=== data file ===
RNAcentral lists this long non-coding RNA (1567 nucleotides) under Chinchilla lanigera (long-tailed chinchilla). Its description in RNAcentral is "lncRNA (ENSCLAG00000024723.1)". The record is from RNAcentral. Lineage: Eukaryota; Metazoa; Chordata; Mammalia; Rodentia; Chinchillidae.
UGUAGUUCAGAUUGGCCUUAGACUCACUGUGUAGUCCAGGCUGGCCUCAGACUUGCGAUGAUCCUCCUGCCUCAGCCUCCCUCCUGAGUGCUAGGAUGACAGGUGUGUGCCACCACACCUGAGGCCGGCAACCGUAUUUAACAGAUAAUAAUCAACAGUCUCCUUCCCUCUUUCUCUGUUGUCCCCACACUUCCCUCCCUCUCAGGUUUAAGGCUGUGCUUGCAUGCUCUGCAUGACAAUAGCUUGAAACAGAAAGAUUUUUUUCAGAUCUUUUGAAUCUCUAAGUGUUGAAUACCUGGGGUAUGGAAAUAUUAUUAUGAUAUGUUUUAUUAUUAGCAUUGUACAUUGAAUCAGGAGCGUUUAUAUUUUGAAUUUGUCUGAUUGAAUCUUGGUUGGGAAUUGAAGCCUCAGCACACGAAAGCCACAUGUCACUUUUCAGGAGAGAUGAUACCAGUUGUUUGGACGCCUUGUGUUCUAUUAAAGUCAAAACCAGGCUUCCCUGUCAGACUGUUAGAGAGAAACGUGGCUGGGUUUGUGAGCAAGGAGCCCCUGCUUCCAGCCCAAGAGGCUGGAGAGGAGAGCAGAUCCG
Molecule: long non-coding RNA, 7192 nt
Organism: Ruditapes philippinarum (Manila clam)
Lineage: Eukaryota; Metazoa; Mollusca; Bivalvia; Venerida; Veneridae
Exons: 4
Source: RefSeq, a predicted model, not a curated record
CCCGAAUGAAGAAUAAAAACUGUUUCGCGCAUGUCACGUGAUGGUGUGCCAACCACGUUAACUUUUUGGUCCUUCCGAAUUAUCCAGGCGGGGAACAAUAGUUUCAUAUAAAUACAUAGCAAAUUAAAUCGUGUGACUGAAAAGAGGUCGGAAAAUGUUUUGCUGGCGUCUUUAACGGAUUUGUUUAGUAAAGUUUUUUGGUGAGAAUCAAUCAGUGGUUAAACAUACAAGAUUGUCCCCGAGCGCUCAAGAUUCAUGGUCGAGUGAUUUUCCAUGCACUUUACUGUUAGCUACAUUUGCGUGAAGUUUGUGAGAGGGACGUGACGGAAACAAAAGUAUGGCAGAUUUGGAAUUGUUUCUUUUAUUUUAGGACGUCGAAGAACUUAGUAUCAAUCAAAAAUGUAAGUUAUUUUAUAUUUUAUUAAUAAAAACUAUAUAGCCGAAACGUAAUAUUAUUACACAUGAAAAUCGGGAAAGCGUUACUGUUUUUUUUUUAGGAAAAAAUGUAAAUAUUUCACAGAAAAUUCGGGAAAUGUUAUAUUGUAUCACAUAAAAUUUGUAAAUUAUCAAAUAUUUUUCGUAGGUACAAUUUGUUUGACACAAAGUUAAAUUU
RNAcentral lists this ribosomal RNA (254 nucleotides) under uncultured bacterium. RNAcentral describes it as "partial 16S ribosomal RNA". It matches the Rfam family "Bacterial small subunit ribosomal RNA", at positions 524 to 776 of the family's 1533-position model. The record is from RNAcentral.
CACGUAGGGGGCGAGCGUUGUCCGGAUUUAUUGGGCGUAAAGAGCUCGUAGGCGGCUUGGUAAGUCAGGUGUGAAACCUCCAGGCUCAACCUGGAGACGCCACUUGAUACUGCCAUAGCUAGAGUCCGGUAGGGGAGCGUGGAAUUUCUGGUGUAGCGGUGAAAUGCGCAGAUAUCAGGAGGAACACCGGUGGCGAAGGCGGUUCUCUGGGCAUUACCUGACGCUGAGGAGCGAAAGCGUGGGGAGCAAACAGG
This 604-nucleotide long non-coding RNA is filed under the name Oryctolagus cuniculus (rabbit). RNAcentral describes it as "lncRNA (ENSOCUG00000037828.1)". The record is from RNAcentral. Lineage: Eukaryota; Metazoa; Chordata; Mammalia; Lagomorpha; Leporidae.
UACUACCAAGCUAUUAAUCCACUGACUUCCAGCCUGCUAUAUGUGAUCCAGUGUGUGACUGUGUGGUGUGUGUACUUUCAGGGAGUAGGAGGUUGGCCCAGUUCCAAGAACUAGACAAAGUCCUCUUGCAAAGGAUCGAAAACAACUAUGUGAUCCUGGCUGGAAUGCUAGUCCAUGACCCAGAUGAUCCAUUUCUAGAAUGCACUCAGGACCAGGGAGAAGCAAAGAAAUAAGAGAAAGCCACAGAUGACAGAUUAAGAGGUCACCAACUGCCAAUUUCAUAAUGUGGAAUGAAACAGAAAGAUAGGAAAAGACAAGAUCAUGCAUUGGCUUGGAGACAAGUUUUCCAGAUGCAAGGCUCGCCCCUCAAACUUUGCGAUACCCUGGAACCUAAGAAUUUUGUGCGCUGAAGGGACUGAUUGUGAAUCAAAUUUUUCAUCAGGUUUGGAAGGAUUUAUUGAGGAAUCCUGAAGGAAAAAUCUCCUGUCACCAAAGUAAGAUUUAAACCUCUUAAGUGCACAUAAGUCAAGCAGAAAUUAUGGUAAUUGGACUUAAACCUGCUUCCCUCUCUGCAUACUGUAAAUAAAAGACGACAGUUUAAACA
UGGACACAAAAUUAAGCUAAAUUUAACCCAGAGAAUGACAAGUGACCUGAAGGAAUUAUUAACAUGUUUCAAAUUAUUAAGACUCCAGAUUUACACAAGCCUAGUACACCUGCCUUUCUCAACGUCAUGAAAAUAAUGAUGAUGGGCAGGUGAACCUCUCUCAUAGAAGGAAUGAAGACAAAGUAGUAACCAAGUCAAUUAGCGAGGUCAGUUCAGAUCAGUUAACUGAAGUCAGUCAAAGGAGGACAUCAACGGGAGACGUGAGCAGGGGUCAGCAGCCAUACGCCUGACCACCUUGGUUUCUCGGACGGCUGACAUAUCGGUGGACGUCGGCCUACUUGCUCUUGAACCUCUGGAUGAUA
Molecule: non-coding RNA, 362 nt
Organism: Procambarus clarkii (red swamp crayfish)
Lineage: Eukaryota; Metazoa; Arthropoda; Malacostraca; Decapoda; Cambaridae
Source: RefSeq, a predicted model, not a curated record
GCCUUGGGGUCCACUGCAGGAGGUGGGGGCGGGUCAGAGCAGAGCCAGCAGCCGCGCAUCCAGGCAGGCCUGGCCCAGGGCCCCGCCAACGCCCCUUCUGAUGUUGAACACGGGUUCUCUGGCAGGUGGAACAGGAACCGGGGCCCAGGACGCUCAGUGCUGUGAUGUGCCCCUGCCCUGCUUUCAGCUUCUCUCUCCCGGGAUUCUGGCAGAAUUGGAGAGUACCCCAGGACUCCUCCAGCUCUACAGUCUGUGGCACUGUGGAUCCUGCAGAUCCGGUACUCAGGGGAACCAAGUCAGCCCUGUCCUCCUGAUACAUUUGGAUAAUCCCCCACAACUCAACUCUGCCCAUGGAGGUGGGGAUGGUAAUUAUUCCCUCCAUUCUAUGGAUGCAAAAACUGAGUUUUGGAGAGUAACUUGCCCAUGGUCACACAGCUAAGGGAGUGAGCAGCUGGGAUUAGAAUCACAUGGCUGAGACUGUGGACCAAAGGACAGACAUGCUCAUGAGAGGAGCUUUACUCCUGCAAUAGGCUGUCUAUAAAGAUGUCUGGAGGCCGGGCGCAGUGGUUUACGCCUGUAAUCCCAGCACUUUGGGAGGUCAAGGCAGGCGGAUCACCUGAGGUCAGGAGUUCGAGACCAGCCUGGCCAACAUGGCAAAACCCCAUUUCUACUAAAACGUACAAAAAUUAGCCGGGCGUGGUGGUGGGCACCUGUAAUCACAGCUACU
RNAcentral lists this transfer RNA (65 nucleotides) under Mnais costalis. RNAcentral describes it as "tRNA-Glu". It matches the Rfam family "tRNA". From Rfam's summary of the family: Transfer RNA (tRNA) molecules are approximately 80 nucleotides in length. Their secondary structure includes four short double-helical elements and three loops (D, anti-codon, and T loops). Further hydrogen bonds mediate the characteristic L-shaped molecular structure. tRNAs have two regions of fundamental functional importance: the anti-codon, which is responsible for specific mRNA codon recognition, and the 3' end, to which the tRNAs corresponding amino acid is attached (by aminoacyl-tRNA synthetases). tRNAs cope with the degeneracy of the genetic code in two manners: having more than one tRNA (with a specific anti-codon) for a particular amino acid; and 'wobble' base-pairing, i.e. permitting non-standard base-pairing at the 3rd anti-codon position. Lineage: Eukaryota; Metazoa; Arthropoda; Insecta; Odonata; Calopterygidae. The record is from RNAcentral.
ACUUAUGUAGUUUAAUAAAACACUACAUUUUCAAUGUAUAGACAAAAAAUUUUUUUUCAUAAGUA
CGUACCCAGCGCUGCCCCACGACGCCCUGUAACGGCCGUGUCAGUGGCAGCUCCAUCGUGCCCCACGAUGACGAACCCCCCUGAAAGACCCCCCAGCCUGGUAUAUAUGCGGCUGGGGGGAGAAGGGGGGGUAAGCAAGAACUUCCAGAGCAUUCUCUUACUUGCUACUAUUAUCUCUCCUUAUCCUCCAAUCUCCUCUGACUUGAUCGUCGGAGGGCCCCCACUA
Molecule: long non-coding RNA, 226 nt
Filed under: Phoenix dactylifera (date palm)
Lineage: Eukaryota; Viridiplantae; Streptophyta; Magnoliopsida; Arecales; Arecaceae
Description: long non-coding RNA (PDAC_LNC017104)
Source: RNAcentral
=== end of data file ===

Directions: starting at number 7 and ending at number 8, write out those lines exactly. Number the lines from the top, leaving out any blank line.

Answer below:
Source: RefSeq, a predicted model, not a curated record
CCCGAAUGAAGAAUAAAAACUGUUUCGCGCAUGUCACGUGAUGGUGUGCCAACCACGUUAACUUUUUGGUCCUUCCGAAUUAUCCAGGCGGGGAACAAUAGUUUCAUAUAAAUACAUAGCAAAUUAAAUCGUGUGACUGAAAAGAGGUCGGAAAAUGUUUUGCUGGCGUCUUUAACGGAUUUGUUUAGUAAAGUUUUUUGGUGAGAAUCAAUCAGUGGUUAAACAUACAAGAUUGUCCCCGAGCGCUCAAGAUUCAUGGUCGAGUGAUUUUCCAUGCACUUUACUGUUAGCUACAUUUGCGUGAAGUUUGUGAGAGGGACGUGACGGAAACAAAAGUAUGGCAGAUUUGGAAUUGUUUCUUUUAUUUUAGGACGUCGAAGAACUUAGUAUCAAUCAAAAAUGUAAGUUAUUUUAUAUUUUAUUAAUAAAAACUAUAUAGCCGAAACGUAAUAUUAUUACACAUGAAAAUCGGGAAAGCGUUACUGUUUUUUUUUUAGGAAAAAAUGUAAAUAUUUCACAGAAAAUUCGGGAAAUGUUAUAUUGUAUCACAUAAAAUUUGUAAAUUAUCAAAUAUUUUUCGUAGGUACAAUUUGUUUGACACAAAGUUAAAUUU